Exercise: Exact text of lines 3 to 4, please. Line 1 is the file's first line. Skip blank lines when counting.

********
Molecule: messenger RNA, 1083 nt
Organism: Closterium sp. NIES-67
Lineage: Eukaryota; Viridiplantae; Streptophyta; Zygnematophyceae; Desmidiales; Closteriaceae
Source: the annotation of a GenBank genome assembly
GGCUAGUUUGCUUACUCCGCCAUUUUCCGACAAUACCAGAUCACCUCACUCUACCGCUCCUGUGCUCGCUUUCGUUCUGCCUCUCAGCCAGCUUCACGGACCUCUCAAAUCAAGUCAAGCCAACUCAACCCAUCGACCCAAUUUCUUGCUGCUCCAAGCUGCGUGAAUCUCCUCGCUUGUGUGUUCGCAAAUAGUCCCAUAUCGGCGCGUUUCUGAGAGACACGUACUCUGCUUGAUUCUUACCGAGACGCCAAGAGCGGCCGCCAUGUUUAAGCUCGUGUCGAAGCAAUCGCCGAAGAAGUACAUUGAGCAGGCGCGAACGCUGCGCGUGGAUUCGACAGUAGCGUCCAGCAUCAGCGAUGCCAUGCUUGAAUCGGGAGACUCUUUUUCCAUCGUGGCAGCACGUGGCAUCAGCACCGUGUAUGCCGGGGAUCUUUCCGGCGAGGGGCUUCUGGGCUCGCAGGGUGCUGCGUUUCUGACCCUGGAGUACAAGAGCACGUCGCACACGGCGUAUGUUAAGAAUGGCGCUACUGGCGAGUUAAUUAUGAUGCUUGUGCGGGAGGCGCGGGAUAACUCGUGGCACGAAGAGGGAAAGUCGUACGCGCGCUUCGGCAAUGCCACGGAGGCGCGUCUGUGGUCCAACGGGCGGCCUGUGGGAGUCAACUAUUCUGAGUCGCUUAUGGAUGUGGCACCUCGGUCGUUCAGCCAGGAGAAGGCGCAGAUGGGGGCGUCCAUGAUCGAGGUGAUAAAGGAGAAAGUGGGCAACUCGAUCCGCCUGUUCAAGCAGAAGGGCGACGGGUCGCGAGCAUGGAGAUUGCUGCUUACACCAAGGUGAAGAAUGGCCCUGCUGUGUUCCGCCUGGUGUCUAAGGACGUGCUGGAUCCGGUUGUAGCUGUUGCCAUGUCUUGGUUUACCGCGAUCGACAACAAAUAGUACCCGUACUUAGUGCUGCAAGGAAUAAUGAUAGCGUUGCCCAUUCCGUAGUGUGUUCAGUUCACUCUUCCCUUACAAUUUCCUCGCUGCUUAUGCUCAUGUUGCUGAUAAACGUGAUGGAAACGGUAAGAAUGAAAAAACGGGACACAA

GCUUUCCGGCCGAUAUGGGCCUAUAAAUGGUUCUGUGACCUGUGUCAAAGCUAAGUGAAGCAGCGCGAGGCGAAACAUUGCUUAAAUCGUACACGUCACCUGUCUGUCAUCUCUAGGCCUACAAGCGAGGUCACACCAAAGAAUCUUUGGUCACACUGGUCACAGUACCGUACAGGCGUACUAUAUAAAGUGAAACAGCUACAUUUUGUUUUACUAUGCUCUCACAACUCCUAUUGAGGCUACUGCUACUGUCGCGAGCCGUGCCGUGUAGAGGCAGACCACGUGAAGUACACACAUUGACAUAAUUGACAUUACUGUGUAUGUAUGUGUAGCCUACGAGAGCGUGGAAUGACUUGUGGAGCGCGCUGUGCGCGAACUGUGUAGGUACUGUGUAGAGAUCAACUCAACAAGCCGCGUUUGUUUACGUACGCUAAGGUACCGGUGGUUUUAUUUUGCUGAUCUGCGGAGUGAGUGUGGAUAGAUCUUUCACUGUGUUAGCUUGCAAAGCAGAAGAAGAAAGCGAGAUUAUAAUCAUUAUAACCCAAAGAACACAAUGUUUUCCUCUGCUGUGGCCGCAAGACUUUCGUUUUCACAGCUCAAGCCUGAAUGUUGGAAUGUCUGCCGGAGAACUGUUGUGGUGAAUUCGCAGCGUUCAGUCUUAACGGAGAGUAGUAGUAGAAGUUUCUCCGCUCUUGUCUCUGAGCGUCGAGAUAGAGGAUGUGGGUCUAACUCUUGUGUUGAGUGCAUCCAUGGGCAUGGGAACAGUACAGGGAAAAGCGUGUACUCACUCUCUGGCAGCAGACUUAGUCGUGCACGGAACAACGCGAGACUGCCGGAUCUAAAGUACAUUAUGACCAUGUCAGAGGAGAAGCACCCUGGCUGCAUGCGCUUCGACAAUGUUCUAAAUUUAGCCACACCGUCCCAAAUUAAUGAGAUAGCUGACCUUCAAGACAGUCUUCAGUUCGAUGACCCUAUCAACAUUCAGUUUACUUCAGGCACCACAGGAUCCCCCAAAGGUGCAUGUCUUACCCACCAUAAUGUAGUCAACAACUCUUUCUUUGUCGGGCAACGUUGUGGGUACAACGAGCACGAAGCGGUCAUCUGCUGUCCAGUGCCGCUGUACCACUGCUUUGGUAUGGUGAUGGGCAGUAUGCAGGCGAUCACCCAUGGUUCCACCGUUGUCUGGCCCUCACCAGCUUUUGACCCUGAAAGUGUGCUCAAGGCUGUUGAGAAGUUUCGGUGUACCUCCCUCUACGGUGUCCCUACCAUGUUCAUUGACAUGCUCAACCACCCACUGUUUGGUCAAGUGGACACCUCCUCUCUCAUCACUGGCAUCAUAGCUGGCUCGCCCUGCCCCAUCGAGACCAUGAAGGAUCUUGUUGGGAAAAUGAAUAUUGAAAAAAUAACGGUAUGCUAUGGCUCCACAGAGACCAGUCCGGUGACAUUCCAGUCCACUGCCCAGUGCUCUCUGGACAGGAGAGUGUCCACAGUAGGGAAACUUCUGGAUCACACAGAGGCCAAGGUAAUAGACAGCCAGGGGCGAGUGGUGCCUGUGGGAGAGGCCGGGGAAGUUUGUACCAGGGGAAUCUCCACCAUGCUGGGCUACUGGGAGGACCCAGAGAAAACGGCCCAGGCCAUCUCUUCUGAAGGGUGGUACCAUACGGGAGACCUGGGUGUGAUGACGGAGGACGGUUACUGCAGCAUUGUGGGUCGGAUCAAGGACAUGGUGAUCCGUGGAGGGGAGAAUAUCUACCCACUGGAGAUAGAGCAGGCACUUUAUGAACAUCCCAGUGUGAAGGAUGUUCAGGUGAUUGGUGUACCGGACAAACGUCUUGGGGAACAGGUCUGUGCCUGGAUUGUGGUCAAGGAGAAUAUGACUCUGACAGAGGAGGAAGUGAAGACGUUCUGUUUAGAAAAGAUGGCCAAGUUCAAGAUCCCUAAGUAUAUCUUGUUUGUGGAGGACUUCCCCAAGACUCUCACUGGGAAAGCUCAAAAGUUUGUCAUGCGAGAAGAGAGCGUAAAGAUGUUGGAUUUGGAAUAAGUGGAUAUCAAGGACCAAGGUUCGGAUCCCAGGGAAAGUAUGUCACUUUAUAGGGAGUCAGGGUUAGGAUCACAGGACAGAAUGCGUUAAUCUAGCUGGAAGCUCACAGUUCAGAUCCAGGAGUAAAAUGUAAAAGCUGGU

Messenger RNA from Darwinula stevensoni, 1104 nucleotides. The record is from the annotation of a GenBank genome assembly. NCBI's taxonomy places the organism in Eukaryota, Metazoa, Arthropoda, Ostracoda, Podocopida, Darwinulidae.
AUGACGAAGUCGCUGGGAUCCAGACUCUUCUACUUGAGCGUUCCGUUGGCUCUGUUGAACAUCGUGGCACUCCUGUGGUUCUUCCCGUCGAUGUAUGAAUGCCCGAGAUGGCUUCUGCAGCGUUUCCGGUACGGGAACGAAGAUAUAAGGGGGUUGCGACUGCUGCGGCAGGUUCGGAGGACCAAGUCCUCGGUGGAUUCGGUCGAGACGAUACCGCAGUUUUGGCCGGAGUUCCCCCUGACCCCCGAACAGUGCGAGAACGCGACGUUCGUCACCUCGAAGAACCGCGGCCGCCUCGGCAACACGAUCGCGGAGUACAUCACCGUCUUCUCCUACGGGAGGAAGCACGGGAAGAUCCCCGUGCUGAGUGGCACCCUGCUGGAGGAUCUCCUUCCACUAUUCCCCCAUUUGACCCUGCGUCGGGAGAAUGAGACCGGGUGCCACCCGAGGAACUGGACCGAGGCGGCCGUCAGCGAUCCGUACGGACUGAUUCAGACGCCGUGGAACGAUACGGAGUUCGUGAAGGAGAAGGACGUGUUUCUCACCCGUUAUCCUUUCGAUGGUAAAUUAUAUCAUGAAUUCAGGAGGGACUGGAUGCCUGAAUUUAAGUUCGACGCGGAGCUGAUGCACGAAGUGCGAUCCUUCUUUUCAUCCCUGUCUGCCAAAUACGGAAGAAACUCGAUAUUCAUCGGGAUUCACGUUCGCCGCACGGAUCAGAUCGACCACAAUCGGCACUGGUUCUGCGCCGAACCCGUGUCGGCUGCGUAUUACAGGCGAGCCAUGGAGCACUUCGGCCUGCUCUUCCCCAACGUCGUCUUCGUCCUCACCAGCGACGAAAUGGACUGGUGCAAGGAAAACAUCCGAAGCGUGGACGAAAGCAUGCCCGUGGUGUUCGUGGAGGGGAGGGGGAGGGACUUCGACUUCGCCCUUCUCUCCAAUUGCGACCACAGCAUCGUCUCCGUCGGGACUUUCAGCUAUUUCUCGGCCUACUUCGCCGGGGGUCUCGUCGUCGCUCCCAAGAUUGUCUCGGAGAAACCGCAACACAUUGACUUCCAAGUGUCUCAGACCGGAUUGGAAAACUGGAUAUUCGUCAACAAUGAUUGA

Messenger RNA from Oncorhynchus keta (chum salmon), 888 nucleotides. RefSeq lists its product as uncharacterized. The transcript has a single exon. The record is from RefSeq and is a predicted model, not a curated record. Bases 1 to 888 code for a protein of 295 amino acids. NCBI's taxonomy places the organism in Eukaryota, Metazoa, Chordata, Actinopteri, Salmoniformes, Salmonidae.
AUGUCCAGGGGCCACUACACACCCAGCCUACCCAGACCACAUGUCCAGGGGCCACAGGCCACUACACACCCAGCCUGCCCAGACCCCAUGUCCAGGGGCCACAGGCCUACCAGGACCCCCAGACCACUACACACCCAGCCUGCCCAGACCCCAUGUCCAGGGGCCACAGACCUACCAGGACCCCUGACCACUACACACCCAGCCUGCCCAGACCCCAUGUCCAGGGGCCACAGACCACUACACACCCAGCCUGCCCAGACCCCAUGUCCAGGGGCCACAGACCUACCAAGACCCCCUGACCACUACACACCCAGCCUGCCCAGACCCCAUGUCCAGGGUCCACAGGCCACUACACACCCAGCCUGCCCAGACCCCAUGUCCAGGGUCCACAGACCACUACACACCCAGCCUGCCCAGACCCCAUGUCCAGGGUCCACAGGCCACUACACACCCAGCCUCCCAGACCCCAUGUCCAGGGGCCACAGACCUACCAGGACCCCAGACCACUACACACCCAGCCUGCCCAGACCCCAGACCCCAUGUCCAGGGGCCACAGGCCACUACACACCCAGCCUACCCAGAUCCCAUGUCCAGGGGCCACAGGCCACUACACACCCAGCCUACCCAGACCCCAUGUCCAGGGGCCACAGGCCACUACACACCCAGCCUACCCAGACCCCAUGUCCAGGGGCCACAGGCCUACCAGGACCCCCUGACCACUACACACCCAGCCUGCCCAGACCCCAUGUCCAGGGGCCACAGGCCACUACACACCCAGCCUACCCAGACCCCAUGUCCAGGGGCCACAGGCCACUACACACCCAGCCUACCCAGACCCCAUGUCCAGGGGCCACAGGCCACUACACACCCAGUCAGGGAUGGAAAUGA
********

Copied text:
Lineage: Eukaryota; Viridiplantae; Streptophyta; Zygnematophyceae; Desmidiales; Closteriaceae
Source: the annotation of a GenBank genome assembly